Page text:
Lord Laming of Tewin: Yes. For years and years, Chairman, I have believed that nothing should be on a case file that is not known to a parent. In other words, when I was in practice I operated on the basis that anything that I wrote on the case file, the person concerned could be aware of it. I could not tell them what a psychiatrist had written because that was their information, but anything that I wrote, I believe very much in transparency. I believe it is patronising in the extreme to say that people cannot cope with what you believe and write about them or their children. Therefore, yes, whatever is on the database parents should know about it.

  Q35  Mr Gibb: Will they then have access to see the thing referred to? You say you do not want full information on the database, just have references to the fact that there was a hospital visit or whatever, a question from the social worker. Will they then have access to the ongoing file that it refers to? It implies that they would?

  Lord Laming of Tewin: I believe in transparency. I believe in not patronising people. If there is a concern about somebody's child or a concern about their parenting skills I think workers, whether they are doctors, nurses or social workers or police officers, should be mature enough to say to a parent, "I am concerned about this child. I am concerned about these matters. The reason why I need to investigate this is because of X, Y and Z."

  Q36  Mr Gibb: If an error is discovered, what are the procedures for removing that error from the file and the database? For example, if a parent were accused of Munchausen's syndrome by proxy, for example, and it turned out that it was an erroneous accusation, would the fact that there had been an accusation of Munchausen's syndrome by proxy be removed completely from the file or would then an adoption agency asked for information about that parent's suitability to adopt children be informed that there had been a false accusation of this syndrome?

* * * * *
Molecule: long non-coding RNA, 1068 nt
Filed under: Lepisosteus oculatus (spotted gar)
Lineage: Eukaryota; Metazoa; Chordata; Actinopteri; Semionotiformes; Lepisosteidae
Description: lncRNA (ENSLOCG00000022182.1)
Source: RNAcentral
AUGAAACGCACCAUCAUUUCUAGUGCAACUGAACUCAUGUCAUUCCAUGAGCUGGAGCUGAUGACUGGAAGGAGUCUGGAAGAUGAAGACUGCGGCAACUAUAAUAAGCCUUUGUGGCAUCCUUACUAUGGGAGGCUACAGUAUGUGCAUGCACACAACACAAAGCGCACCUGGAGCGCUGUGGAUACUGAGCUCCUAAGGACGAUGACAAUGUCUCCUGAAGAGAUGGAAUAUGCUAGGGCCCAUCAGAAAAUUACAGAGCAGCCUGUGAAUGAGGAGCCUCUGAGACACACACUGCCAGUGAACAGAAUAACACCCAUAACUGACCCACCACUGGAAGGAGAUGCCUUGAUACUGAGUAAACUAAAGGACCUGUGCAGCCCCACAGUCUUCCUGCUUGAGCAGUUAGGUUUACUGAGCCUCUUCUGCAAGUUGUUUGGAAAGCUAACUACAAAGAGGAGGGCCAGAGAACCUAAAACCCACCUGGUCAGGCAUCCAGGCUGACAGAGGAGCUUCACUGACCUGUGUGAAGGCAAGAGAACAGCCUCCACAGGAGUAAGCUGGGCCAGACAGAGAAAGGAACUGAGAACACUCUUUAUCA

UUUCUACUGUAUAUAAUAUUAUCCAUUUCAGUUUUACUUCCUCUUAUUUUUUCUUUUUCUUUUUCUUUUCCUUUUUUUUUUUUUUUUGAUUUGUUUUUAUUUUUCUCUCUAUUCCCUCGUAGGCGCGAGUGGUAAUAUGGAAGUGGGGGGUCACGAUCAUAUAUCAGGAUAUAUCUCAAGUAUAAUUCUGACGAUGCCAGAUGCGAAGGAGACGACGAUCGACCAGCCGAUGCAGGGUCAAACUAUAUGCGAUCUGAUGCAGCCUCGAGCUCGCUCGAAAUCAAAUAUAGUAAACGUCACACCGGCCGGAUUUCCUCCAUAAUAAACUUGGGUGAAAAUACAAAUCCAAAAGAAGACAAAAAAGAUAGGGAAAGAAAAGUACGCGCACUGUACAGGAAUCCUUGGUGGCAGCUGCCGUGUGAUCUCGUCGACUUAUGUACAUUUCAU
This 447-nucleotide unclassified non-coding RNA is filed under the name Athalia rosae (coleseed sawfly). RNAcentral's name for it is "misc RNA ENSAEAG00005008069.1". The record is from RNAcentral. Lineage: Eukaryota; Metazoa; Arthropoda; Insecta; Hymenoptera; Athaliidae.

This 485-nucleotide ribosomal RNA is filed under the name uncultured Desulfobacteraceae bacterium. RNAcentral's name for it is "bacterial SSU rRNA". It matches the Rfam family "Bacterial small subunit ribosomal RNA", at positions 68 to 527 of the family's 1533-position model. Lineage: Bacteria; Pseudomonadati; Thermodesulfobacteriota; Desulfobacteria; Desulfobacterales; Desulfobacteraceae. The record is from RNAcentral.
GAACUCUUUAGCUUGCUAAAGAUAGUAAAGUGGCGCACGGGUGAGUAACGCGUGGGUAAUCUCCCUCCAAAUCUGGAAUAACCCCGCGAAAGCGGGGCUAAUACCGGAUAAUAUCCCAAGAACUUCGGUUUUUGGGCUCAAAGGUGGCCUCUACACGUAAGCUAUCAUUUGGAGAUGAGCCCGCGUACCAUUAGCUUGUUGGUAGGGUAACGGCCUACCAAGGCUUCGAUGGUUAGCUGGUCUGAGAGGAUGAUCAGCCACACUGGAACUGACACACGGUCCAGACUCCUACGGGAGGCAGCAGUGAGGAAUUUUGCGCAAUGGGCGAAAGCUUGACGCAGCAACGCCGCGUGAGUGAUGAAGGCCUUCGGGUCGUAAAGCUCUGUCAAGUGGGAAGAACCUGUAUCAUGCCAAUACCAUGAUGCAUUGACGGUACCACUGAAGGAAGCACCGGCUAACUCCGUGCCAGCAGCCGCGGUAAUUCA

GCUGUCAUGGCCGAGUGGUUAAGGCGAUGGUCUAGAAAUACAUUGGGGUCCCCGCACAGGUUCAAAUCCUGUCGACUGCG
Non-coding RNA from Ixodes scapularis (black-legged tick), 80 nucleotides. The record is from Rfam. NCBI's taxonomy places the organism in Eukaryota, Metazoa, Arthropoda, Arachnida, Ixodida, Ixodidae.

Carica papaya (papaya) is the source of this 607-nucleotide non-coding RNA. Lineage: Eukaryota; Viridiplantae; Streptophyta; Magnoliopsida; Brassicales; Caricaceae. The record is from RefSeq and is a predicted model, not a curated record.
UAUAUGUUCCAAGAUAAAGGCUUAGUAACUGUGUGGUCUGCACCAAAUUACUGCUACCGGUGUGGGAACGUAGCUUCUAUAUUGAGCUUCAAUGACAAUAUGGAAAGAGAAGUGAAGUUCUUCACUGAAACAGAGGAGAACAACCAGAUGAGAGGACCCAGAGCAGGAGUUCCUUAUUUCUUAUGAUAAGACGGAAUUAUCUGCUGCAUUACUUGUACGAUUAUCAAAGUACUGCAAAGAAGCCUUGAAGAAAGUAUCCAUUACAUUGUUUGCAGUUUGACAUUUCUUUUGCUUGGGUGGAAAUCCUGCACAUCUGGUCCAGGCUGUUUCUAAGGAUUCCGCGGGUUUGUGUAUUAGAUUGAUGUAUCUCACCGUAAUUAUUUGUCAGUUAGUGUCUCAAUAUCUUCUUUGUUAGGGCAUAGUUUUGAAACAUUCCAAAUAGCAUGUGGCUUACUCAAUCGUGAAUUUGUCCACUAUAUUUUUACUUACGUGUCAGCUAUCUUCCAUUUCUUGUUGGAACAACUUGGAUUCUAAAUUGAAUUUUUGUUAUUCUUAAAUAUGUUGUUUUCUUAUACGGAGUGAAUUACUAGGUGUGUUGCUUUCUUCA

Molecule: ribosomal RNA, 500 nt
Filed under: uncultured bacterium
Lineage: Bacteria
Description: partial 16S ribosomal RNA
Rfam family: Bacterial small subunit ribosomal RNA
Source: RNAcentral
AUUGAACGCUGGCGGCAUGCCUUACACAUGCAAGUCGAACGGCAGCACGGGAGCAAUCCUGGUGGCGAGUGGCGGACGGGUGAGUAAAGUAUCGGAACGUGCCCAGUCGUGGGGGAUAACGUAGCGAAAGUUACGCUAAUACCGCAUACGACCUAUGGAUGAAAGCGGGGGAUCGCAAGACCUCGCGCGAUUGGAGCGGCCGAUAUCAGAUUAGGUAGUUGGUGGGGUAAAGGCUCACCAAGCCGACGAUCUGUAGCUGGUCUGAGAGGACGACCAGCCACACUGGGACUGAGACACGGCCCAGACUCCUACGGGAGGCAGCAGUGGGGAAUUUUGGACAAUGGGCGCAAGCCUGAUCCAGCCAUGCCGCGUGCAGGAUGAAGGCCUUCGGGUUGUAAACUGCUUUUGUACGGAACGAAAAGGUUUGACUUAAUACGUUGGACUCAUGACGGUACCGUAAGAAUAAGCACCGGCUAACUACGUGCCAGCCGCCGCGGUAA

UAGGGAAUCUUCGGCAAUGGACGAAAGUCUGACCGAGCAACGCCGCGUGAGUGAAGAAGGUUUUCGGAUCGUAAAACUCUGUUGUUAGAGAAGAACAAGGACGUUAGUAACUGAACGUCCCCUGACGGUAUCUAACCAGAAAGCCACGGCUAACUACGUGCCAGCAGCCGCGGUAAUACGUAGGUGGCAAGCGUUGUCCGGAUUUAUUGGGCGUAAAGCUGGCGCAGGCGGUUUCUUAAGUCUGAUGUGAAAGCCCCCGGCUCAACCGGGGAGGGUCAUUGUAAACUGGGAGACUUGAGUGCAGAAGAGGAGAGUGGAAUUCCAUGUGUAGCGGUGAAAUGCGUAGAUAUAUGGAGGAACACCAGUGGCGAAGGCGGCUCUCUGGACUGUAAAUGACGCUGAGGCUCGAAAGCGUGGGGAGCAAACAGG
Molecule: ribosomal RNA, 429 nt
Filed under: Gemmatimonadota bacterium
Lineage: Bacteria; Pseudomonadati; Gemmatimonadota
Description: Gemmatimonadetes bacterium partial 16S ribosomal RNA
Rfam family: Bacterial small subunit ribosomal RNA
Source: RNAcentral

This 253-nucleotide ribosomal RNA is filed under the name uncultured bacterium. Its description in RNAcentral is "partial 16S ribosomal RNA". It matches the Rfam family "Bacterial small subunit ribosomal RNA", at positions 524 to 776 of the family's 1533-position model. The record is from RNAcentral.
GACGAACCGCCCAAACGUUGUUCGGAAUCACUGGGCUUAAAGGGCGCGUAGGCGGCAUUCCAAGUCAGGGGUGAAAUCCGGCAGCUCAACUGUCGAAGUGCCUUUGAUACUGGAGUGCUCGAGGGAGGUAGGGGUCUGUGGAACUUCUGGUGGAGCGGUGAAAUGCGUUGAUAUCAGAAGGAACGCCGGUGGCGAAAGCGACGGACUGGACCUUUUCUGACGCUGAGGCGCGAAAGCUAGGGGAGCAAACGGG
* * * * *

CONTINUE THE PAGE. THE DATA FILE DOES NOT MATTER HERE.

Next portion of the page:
Lord Laming of Tewin: Chairman, I operate on a simple principle which is that any database that I am on—and I hope the same for you—you should know you are on the database and you should have opportunity to correct anything you think is wrong. I do not believe in this day and age that we should support any system which is based upon secrecy.

  Q37  Mr Gibb: You would be in favour of removing the erroneous information from the file which would then not be referred to again by the authorities when quizzed by people accessing the database?

  Lord Laming of Tewin: Yes. If somebody said that I had a poor credit rating and the database said that I had a poor credit rating I would like to have the opportunity to correct it if it was wrong.

  Q38  Mr Gibb: Do you think that is what happens at the moment in Social Services departments?